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cepheid

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Poker dice is played by simultaneously rolling 5 dice. Compute the probabilities of the following outcomes:

b) two pairs (aabbc, with a, b, c distinct; answer: 0.2315)

My solution attempt:

Let E be the event specified. The number of ways it can occur is given by:

[tex] {6 \choose 1} {5 \choose 1} {4 \choose 1} \cdot \frac{5!}{2!2!1!} [/tex]

= 6*5*4*(120/4) = 120*30 = 3600

[tex] P(E) = \frac{3600}{6^5} = 0.4630 [/tex]

Explanation of my solution: I considered aabbc to be a multiset with 3 distinct elements: a, b, and c. a and b just happen to have multiplicity 2. So, [itex] {6 \choose 1} [/itex] is the number of ways of choosing a from the original six possible numbers. [itex] {5 \choose 1} [/itex] is the number of ways of choosing b from the remaining five possible numbers. [itex] {4 \choose 1} [/itex] is the number of ways of choosing c from the remaining four possible numbers. Now that I have chosen the 3 distinct elements, how many ways are there to permute them? For a set of five distinct numbers, there would be 5! ways. But, two of the numbers are repeated once each, and permutation with repeated elements is given by the formula I used. Another way of expressing it (and one that I understand better) is that this is the multinomial coefficient: it expresses the number of ways of choosing a position out of five for each of our three elements (two of which have multiplicity 2) when you don't care in what order they occupy those positions.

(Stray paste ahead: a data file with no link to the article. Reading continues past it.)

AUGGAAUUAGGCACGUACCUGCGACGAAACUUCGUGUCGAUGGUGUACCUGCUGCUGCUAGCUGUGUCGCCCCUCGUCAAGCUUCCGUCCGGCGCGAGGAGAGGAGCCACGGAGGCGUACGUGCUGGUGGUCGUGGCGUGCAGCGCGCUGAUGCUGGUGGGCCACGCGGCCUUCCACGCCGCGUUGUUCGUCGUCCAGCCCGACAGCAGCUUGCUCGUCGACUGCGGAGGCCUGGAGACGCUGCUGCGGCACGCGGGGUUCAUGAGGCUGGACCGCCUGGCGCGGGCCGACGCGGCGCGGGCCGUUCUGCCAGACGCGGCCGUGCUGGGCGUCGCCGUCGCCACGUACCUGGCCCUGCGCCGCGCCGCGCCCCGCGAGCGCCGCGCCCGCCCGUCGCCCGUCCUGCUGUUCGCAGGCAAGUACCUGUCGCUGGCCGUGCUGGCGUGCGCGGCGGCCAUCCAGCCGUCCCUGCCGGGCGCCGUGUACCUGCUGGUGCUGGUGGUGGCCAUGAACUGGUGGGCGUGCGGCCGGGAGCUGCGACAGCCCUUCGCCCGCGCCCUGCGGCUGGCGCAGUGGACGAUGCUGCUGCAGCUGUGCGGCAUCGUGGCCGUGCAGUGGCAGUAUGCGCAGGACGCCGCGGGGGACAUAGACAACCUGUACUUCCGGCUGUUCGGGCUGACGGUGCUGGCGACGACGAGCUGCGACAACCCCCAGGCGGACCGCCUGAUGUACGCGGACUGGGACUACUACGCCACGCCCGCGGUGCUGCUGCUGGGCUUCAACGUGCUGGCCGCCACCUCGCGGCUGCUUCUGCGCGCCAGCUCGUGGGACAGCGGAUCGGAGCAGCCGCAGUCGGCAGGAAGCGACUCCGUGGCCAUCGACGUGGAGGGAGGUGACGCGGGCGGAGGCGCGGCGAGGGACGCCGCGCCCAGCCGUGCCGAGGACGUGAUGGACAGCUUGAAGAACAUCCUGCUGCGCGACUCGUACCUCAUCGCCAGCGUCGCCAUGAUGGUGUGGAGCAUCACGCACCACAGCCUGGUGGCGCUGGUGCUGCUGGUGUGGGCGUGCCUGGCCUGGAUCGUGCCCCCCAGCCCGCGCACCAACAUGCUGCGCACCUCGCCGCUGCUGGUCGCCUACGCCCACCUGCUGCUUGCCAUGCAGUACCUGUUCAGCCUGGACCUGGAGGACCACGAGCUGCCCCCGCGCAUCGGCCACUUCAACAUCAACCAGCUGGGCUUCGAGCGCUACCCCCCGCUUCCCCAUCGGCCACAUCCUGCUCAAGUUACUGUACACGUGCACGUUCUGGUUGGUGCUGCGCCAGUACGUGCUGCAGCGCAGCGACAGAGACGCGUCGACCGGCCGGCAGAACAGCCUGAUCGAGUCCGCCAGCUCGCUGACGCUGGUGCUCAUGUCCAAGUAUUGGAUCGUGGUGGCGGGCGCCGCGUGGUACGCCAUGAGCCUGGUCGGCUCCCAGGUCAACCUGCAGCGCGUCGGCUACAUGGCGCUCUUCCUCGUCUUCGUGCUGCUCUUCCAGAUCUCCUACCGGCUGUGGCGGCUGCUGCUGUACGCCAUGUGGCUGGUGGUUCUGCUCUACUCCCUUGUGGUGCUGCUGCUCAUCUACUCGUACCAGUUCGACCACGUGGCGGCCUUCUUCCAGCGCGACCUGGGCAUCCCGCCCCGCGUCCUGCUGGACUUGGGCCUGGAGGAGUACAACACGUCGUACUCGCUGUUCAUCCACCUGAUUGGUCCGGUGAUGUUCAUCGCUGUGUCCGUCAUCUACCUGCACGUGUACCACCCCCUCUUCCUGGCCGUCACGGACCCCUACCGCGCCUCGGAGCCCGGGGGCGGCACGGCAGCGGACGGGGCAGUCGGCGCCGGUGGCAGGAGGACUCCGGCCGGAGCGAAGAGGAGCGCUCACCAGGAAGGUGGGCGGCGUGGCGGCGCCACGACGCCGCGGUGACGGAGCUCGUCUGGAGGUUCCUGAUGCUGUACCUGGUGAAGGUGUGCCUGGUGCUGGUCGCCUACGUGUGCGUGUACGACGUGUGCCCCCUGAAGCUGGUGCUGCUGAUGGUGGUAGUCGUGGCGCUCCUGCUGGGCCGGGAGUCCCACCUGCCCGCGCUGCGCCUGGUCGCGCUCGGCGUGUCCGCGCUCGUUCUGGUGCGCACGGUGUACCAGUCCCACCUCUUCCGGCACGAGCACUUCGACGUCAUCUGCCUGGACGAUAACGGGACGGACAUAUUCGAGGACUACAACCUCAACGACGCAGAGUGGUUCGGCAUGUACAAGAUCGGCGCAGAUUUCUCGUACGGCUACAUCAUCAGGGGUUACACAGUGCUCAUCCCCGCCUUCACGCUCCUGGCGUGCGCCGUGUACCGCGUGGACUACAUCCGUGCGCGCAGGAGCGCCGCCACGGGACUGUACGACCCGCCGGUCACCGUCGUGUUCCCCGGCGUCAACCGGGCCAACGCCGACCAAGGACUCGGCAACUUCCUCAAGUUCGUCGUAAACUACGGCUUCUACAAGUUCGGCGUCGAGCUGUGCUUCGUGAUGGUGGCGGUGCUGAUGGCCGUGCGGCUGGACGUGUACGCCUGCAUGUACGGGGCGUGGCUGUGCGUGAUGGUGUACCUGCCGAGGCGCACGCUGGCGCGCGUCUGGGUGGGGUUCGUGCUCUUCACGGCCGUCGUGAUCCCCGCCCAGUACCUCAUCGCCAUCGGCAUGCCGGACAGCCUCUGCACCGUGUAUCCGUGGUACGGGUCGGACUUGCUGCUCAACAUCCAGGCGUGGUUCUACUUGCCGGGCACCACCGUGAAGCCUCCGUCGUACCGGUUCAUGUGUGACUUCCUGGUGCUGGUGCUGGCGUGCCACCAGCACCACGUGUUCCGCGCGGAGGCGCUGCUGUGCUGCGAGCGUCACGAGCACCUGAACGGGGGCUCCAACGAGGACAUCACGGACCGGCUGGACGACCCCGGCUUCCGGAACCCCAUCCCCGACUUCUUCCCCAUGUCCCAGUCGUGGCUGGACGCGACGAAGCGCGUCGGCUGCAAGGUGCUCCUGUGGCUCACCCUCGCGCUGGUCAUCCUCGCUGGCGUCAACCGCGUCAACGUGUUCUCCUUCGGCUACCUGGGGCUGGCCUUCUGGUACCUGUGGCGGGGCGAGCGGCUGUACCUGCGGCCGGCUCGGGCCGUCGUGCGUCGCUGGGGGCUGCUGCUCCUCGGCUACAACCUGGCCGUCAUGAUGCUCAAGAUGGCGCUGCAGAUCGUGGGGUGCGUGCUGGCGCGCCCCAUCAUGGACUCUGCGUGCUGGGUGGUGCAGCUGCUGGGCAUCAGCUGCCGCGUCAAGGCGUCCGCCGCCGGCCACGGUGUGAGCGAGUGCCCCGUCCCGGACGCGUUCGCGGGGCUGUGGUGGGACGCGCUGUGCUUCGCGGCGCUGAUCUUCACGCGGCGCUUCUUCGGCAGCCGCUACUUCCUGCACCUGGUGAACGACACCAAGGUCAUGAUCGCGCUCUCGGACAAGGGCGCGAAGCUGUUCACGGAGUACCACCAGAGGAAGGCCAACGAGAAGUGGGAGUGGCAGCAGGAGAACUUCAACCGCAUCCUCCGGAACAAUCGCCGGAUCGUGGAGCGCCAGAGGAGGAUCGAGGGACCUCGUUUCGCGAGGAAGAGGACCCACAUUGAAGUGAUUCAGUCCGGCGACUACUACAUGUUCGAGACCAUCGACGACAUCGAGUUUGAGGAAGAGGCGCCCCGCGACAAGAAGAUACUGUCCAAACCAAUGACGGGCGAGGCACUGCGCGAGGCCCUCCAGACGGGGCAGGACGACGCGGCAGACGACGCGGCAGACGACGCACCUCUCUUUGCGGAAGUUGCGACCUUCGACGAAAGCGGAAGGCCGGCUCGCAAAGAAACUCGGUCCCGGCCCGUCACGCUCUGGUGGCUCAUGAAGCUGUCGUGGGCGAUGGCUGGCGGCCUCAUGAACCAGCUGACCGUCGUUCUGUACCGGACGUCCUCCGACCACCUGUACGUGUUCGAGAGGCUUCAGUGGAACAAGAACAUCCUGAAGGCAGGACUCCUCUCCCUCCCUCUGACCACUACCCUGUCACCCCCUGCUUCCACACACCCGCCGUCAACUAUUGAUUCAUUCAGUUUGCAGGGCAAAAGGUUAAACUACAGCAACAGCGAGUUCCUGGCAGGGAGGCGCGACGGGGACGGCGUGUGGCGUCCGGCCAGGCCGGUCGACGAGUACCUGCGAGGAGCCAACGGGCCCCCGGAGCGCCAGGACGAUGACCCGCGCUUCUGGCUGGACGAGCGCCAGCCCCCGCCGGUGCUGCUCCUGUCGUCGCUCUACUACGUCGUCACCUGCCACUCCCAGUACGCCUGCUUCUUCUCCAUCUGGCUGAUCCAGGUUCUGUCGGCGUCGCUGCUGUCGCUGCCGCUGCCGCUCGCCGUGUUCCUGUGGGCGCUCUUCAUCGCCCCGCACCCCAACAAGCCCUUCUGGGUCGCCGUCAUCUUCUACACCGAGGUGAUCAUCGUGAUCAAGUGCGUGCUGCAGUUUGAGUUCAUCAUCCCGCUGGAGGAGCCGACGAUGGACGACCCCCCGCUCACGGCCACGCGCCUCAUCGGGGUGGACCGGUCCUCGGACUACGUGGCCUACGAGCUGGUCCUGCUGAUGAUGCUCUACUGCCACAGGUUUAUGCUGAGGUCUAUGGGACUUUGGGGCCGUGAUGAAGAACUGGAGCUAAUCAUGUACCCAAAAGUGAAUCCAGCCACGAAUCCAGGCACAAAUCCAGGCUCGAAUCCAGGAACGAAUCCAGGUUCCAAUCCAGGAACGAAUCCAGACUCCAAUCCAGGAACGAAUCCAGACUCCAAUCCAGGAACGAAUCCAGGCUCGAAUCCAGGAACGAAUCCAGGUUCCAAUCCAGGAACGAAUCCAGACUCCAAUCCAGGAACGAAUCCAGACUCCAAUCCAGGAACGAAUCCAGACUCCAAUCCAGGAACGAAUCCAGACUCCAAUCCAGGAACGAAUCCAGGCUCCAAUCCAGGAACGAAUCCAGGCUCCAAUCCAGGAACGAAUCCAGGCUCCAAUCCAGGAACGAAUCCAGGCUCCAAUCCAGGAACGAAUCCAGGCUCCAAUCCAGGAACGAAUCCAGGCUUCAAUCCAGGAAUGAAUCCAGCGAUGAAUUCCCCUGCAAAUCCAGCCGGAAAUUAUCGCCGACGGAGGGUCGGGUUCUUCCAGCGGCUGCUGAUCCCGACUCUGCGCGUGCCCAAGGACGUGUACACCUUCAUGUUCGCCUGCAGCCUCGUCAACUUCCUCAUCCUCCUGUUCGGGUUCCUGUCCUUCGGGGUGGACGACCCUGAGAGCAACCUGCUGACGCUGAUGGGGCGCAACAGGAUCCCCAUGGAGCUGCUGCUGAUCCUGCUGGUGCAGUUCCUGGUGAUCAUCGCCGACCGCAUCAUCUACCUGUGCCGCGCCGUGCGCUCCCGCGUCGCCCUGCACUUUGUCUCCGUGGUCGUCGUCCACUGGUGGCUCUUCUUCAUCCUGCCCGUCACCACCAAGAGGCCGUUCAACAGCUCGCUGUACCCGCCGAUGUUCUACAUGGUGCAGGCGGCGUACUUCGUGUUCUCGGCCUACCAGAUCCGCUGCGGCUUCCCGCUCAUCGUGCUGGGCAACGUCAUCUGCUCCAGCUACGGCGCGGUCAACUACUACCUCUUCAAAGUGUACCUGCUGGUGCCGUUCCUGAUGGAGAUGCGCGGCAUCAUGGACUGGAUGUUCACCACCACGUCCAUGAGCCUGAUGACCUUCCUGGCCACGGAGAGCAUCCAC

Problems with my solution:

i) The obvious one is that my answer is twice the one given by the professor. In fact, 0.4630 is the answer he gave for part c), the probability of getting only

*one*pair.

ii) The fault, I believe, lies with me. For when I attempted to use this same method for part c) (probability of getting only one pair), I ended up with more possible desired outcomes than there were outcomes in the sample space!

Where did I go wrong?